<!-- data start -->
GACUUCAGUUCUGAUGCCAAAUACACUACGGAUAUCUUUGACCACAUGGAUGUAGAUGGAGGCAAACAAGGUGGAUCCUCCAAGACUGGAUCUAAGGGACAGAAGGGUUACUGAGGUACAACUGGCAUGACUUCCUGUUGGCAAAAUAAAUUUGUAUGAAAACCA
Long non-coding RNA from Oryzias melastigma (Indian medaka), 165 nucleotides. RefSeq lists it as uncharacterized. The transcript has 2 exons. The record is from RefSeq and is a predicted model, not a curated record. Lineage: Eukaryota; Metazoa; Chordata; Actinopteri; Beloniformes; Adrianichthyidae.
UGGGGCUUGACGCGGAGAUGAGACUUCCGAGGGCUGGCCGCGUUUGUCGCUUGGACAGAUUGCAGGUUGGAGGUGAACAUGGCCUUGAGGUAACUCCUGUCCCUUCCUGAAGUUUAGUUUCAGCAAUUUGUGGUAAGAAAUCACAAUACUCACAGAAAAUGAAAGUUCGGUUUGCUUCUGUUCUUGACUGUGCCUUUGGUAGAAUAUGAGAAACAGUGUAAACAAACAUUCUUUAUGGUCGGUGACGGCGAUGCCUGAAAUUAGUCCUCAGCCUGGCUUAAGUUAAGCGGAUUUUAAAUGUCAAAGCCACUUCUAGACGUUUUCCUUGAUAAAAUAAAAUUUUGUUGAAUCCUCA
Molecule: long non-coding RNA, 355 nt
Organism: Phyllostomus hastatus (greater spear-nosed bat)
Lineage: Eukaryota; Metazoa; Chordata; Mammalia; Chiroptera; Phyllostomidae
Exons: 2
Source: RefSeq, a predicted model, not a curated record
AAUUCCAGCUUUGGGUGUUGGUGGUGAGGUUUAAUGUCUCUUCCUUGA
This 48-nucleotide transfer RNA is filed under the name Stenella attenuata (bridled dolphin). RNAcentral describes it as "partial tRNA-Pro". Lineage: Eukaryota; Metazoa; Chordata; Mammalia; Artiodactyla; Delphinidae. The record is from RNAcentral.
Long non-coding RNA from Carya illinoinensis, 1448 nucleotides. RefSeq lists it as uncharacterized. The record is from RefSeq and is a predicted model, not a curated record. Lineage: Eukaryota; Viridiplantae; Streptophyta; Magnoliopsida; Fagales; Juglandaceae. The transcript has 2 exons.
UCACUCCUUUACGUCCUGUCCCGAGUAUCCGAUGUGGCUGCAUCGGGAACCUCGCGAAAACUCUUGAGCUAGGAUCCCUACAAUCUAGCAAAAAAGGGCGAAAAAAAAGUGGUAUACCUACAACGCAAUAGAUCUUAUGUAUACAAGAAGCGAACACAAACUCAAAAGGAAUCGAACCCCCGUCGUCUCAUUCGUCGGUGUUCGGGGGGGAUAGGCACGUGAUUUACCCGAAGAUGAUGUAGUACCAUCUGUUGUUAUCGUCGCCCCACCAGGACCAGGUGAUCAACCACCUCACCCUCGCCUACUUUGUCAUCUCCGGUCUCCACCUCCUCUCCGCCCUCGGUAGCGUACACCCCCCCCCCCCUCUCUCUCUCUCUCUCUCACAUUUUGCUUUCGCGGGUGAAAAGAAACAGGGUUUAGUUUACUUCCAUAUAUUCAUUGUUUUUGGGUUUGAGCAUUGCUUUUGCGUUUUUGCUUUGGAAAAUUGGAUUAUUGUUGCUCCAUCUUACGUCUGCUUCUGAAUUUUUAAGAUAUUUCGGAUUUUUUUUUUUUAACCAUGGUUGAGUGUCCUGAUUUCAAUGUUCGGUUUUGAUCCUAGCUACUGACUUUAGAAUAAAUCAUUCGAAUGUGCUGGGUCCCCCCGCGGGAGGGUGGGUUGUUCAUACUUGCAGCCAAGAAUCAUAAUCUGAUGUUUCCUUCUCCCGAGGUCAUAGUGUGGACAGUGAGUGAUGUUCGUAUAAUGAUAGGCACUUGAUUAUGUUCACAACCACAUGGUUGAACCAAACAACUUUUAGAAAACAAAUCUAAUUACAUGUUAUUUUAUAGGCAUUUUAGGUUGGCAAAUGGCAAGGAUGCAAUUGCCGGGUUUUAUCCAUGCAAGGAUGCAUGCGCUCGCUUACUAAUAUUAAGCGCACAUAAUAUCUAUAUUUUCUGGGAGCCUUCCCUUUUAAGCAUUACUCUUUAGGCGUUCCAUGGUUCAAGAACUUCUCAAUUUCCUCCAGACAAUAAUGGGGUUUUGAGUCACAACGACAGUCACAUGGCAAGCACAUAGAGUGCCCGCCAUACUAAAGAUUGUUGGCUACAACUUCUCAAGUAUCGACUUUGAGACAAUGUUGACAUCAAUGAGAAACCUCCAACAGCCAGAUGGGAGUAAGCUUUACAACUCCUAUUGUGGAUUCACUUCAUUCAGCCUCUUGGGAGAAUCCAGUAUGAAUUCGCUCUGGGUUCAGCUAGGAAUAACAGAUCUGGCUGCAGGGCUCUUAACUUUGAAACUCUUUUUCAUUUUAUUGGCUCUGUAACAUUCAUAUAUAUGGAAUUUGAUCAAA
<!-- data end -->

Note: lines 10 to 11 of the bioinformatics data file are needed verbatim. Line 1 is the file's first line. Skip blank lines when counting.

This 48-nucleotide transfer RNA is filed under the name Stenella attenuata (bridled dolphin). RNAcentral describes it as "partial tRNA-Pro". Lineage: Eukaryota; Metazoa; Chordata; Mammalia; Artiodactyla; Delphinidae. The record is from RNAcentral.
Long non-coding RNA from Carya illinoinensis, 1448 nucleotides. RefSeq lists it as uncharacterized. The record is from RefSeq and is a predicted model, not a curated record. Lineage: Eukaryota; Viridiplantae; Streptophyta; Magnoliopsida; Fagales; Juglandaceae. The transcript has 2 exons.